Humanity has failed over Boko Haram’s slaughter of 2,000 civilians #blacklivesmatter
Posted on January 12, 2015
Almost a week on and *still* hardly any UK, or indeed Western, media are seriously covering the unbelievable massacre in Baga, northern Nigeria, where Boko Haram are said to have slaughtered up to 2,000 innocent civilians.
Despite the absence of journalists, photos far more graphic than the one republished here, are slowly making their way out. They are truly horrific and stomach-turning. No one with an ounce of humanity can fail to be moved, appalled, sickened and angered by the unimaginable carnage that has befallen the peoples of the same region which lost 273 of their young girls almost a year ago.
Social media is awash with members of the public demanding more coverage of this atrocity, yet the UK media is collectively unmoved. Most, but not all, of those tweeting and facebooking about this event are black, just as was the case all those months ago when it took several weeks of electronic outrage, with the #bringbackourgirls hashtag before journalists decided to get their act together. That’s not to suggest white folk don’t care; many do. It’s just that in the absence of mainstream news coverage about a massive story in Africa, it is those of African descent that lead the charge before the rest of society follow.
It defies belief that anyone can ignore 2,000 people being massacred anywhere in the world, just like it seemed scarcely believable that almost 300 young girls being abducted wouldn’t make the news. But it’s true, the most sensational and outrageous crimes can indeed be completely ignored in Britain, even in the age of social media where thousands of British people tweet about it.
At least when the Chibok abductions occurred, western media could excuse at least the first couple of days on grounds there wasn’t much happening in Nigeria at the time so they needed time to get over there. In the event it took them about three weeks. This time around, as many hundreds if not thousands met a brutal end in Baga, there is no excuse whatsoever for not having a media spotlight on Nigeria. It’s in the middle of an election campaign, to decide its’ president and state governors.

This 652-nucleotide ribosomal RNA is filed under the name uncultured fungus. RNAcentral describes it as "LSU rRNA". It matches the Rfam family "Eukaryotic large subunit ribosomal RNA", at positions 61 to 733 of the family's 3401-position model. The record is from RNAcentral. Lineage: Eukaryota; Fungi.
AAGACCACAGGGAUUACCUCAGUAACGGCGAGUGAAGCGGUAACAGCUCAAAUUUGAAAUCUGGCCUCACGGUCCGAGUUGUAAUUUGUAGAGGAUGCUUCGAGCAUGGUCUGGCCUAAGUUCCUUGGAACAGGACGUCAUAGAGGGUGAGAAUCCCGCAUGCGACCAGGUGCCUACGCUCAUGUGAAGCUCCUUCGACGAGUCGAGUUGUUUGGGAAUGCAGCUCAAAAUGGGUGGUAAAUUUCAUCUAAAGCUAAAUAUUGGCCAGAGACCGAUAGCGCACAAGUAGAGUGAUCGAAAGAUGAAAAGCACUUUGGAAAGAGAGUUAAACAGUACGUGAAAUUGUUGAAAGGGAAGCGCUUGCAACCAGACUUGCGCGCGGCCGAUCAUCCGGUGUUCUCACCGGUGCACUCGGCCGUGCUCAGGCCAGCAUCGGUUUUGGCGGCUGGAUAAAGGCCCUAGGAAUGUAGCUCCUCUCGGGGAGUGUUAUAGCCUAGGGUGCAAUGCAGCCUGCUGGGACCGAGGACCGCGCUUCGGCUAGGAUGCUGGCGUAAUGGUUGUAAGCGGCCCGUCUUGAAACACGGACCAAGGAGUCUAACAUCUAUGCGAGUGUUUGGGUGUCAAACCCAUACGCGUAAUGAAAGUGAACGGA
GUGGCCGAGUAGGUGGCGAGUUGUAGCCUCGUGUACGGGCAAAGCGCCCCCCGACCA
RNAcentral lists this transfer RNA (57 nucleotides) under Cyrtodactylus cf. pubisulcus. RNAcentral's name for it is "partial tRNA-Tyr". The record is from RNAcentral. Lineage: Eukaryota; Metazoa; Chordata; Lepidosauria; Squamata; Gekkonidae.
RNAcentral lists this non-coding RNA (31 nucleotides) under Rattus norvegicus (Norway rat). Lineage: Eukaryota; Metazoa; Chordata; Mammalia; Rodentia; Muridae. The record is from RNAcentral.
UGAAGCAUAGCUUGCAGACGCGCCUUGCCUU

This crucial election, in the world’s seventh most populous nation and the biggest in Africa, has huge implications for geo-politics across west Africa and indeed the whole continent. It takes place against a background of the fight against terrorism (over 7,000 killed by Boko Haram in the last year alone), surging economic growth and plummeting oil prices that could undermine it all. Quite simply it has all the ingredients for a many a good ‘hook’ for western media.
Yet even before Baga, the Nigerian election hardly registered on the UK media agenda. Not even a large Nigerian population in Britain persuaded journalists to pay any attention. I was tweeting about this incredible lack of interest in such a vital election a week or so before the massacre. The country should have been awash with journalists before Baga.
This lack of interest reinforces the perception that, to elements in the west, black lives don’t really matter. That Africa, despite its’ growing economic strength, doesn’t matter. Even on the day when there was enough information to run a TV news story, the BBC went with the Bafta awards and high winds in Scotland over covering the loss of 2,000 black lives. It reinforces how out of touch much of our media is with Africa, due in no small part to lack of diversity in its’ ranks.
With president Goodluck Jonathan and rival Muhammadu Buhari both ignoring the atrocity at Baga, it almost feels like an international conspiracy to keep this genocide from public attention. The numbers of dead may be mind-boggling but numbers fade. It’s the stories of real experience that will give it the attention it deserves; the human story of fear, bravery, the desire to survive, and vivid descriptions of the evil that seeks to extinguish that hope. It is a human story, and it needs journalists to tell it. To give those nameless victims lying in the street meaning. We need humanity, names and actions – and the pen can bring that to the world. That is why journalism is so important, and why it has failed so spectacularly in this case.
It is so ironic that mourners in Paris are holding up pens as a symbol of the freedom of speech they profess to cherish while that pen has yet to make contact with paper over such a massive loss of life. We are all seriously diminished by ignoring a catastrophe as occurred just a few short days ago in the north-eastern tip of Nigeria. All the emotion and analysis of the Paris attacks ring hollow and are wrapped by hypocrisy. Humanity, that which makes us human, seems to have undergone a bypass as departed as 2,000 victims decay. It has got me questioning whether western society has been so indifferent to a single act of mass slaughter since ordinary Germans pretended the Holocaust wasn’t really happening.
By Lester Holloway @brolezholloway